In 1949 McMillin was hospitalized for three weeks, and was there attended by a nurse, Miss Micco. After his discharge from the hospital the nurse called at his apartment once a week to administer medication. In a strenuous effort to depict McMillin as an over-vigorous cavalier and roue, appellants' counsel say that "Mr. McMillin showered her with flowers and candy to the point of embarrassment." A study of the record reveals that the "shower" was so sparse as actually to amount to a drought. Miss Micco testified that he gave her flowers "more than once," and there is no evidence that he ever sweetened her life with candy. Nevertheless, no matter how Miss Micco may have felt about McMillin's gift of flowers "more than once." she was satisfied, and so testified in answer to a question by the Court, that mentally McMillin "seemed clear."
Typical of the exaggeration indulged in by the appellants, it is stated that Mrs. Reddick was a "housekeeper in the McMillin household," to whom McMillin "paid $25.00 per week for twenty-four hour service." Mrs. Reddick was a married woman and lived with her husband so that she could scarcely give McMillin daily "twenty-four hour service." Moreover, she was not a housekeeper but a tenant in the same apartment house (paying $15 per week for her apartment) who helped McMillin in the collection of rents accruing on properties which belonged to Mrs. McMillin, now deceased.
It is unquestioned that McMillin entertained romantic notions toward Helen Cwynar and would have liked to marry her, but the sole evidence advanced by the
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appellants to support their statement that he was preparing for a wedding, was that he purchased a suit in which to get married. The only testimony in the record on this supposed pre-nuptial preparation was that Mrs. Ulam picked up a suit for McMillin which he had selected. It was not a full dress suit or a tuxedo. It was simply a suit - one in which McMillin could have been buried in, as well as married in. The overall indictment of "mental deterioration" charged to McMillin (as of the date of the transfer of the property and gifts to Miss Cwynar) consists of a number of trivialities such as those recounted. Not one of those incidents establishes any mental deterioration, and the aggregate total is no stronger than the least of the inconsequentialities related. Certainly it was not proved that McMillin was in any way dominated by Helen Cwynar.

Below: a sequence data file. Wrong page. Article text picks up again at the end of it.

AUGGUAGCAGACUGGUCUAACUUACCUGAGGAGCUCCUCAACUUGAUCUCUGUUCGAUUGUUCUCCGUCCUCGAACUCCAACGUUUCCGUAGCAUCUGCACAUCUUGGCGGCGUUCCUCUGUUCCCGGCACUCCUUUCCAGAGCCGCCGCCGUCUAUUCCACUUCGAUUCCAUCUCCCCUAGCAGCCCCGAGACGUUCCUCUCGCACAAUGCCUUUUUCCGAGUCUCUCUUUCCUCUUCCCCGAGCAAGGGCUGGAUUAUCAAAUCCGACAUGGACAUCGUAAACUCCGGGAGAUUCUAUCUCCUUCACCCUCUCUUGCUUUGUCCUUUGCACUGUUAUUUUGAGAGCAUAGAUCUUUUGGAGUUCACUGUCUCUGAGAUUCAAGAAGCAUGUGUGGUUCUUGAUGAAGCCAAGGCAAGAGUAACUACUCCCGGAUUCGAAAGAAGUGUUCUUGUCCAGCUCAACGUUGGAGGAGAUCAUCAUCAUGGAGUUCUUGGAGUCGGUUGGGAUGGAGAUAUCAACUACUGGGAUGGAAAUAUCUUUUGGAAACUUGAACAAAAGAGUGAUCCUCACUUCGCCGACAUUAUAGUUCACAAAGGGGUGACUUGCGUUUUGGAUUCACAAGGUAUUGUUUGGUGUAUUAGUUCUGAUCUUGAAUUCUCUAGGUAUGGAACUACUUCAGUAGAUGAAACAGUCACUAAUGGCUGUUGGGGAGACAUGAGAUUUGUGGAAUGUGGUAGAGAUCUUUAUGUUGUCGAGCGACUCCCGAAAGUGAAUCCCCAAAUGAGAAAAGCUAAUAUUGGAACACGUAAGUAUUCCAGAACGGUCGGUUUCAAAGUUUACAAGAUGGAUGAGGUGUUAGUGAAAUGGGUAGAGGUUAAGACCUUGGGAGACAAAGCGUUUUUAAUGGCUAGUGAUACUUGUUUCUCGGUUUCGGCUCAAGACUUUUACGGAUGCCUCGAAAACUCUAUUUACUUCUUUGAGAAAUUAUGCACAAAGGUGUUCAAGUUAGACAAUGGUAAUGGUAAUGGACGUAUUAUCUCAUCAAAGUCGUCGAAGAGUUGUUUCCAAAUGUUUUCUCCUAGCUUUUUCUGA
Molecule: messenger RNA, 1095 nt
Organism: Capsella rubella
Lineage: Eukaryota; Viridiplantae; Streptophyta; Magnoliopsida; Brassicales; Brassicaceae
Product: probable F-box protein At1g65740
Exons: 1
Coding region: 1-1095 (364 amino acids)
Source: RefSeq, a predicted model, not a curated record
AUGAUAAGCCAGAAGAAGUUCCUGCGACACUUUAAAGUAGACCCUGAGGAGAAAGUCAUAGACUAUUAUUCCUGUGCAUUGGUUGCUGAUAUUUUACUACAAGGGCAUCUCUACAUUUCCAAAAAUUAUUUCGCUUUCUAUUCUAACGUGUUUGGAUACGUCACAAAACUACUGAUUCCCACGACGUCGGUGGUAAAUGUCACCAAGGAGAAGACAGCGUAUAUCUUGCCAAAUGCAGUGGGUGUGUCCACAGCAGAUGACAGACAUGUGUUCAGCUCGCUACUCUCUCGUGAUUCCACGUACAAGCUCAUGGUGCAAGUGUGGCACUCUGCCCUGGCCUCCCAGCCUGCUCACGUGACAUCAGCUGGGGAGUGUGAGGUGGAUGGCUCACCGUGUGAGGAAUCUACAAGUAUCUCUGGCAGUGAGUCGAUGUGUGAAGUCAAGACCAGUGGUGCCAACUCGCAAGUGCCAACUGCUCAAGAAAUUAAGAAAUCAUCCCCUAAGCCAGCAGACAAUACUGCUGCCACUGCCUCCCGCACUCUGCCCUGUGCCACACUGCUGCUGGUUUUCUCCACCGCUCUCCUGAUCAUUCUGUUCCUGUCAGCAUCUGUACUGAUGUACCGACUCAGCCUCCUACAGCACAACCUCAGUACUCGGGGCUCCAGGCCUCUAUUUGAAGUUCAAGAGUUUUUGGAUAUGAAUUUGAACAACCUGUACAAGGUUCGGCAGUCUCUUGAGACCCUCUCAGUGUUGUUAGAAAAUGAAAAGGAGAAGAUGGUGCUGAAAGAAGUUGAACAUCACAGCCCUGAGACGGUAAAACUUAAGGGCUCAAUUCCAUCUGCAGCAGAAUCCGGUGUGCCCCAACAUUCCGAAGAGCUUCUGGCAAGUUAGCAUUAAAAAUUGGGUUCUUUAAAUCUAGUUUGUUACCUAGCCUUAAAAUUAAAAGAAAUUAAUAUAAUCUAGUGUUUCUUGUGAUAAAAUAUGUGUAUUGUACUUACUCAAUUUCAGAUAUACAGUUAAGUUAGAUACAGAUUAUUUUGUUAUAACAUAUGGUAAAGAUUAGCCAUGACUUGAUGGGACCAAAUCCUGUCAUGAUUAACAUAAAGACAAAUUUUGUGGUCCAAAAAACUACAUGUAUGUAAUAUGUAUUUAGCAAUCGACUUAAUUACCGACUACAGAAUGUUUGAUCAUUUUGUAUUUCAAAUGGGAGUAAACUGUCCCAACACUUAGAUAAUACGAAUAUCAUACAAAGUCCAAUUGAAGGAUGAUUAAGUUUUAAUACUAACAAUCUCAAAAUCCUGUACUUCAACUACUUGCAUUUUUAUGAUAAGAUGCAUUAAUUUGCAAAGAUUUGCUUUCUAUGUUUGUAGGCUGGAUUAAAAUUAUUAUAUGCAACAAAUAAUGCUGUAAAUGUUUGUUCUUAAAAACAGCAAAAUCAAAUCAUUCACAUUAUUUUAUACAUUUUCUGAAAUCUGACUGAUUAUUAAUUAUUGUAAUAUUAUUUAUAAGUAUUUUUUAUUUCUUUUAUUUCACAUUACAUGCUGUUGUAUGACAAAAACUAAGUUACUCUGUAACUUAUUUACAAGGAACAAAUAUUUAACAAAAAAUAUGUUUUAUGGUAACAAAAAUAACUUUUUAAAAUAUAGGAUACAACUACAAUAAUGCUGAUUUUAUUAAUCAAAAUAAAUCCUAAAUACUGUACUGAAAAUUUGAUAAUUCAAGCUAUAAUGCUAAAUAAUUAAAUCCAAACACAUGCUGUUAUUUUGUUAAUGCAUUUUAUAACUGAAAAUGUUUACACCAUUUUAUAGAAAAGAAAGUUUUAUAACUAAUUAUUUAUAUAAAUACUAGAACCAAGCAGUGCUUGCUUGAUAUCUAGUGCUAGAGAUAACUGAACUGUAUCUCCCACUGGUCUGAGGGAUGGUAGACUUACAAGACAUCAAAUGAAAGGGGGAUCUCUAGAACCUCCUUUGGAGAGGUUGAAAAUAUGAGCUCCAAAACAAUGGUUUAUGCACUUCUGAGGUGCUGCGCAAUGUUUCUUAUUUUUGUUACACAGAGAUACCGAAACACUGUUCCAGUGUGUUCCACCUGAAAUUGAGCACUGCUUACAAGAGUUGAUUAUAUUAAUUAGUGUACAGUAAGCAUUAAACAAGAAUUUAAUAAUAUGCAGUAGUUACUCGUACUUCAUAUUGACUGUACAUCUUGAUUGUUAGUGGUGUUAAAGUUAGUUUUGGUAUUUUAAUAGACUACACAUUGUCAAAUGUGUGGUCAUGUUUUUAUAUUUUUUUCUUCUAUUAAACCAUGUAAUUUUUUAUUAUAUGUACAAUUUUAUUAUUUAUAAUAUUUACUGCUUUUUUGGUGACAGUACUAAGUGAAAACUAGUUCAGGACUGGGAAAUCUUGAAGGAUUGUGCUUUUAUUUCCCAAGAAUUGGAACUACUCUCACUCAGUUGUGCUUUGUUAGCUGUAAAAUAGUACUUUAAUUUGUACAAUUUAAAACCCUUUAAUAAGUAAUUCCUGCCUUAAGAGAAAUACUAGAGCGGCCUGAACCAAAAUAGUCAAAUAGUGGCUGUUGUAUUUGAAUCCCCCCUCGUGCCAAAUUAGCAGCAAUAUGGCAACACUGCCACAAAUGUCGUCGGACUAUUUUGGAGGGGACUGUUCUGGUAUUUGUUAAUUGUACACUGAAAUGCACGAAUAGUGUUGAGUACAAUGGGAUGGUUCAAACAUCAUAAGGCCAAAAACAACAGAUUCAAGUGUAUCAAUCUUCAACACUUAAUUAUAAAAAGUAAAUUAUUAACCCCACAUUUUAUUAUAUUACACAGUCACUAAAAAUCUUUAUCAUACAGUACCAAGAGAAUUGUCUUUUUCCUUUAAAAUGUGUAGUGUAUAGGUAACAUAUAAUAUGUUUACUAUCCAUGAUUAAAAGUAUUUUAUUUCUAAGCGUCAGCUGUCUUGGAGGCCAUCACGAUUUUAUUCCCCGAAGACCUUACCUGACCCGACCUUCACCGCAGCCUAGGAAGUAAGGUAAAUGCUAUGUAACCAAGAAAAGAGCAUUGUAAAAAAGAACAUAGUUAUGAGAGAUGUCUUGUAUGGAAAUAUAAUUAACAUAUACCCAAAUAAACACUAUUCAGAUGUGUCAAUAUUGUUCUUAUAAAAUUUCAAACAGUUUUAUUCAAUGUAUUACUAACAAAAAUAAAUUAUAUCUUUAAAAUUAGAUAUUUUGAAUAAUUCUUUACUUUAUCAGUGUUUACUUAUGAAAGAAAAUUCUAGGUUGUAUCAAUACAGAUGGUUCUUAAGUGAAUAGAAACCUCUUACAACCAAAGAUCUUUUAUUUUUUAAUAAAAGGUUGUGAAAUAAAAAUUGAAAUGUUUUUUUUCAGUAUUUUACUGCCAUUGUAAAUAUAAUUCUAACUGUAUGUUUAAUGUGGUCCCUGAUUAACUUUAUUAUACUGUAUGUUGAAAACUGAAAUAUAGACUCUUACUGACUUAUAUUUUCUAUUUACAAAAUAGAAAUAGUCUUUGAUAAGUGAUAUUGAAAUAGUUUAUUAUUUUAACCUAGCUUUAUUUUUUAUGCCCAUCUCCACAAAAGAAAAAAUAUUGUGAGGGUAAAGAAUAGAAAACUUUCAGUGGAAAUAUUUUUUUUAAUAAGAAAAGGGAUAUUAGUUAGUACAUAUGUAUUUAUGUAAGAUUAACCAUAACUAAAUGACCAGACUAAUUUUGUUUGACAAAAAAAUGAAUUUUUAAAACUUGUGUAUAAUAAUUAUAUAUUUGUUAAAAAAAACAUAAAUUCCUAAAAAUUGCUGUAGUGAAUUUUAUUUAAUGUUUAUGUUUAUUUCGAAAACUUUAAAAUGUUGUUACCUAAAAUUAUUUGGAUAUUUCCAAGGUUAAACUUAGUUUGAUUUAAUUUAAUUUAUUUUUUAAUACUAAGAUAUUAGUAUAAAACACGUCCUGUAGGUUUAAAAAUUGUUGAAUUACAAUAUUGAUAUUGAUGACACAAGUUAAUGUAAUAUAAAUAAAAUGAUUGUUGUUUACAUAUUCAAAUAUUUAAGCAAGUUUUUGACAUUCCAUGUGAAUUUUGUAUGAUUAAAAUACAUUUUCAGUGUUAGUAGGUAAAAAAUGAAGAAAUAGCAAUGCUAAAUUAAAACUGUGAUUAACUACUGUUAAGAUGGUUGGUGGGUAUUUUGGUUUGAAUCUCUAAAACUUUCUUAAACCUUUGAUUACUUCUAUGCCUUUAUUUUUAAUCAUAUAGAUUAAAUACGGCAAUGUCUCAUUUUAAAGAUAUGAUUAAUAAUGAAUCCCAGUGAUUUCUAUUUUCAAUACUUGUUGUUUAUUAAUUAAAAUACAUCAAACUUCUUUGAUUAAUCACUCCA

There is no photograph of Helen Cwynar in the record, but the chancellor called her a "pretty woman," and no one has questioned his finding in this respect. But feminine pulchritude, as appealing as it is, cannot of itself be legally accepted as synonymous with undue influence. Furthermore, before considering the subject of undue influence in this case there would need to be a finding of confidential relationship. Confidential relationship has been variously defined. In the case of Wilson Will, 364 Pa. 488, 493, this Court said: "A confidential relation exists whenever the relative position of the parties is such that the one has power and means to take advantage of, or exercise undue influence, over the other".
In McCown v. Fraser, 327 Pa. 561, 565, we said of confidential relationship: "In general it may be said that a confidential relation will be deemed to exist whenever the relative position of the parties is such that the one has power and means to take advantage
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of, or exercise undue influence over the other ... In such case the party in the superior position is obligated, legally as well as morally, to act with the most scrupulous fairness and good faith, and to refrain from using the trust and confidence reposed in him to secure an advantage for himself ..."
A confidential relationship is created between two persons when it is established that one occupies a superior position over the other - intellectually, physically, governmentally, or morally - with the opportunity to use that superiority to the other's disadvantage. Miss Cwynar's relationship to McMilllin was not a confidential one. It was one of friendship which had its genesis in a business association. She was in no way related to her benefactor and she did not live with him. Her social contacts with him were sporadic and followed no woven pattern of growing intimacy. She was kind to him, but kind acts do not spell out confidential relationship. Nor is there anything in the record to prove that even if a confidential relationship existed that Miss Cwynar unduly influenced McMillin against the natural objects of his bounty. There is no evidence that Miss Cwynar in any way ever endeavored to persuade McMillin against his relatives. His cup of dislike for them apparently was already overflowing before he even met Miss Cwynar.
Much of McMillin's antipathy toward his living kin was predicated on a belief, justified or not, that they had been ungracious to his wife during her lifetime. He also complained that they never visited him and declared that they were only interested in his money. He thus announced repetitiously that although he had made many gifts to them he purposed to give away all his remaining property so that nothing would be left for them to inherit.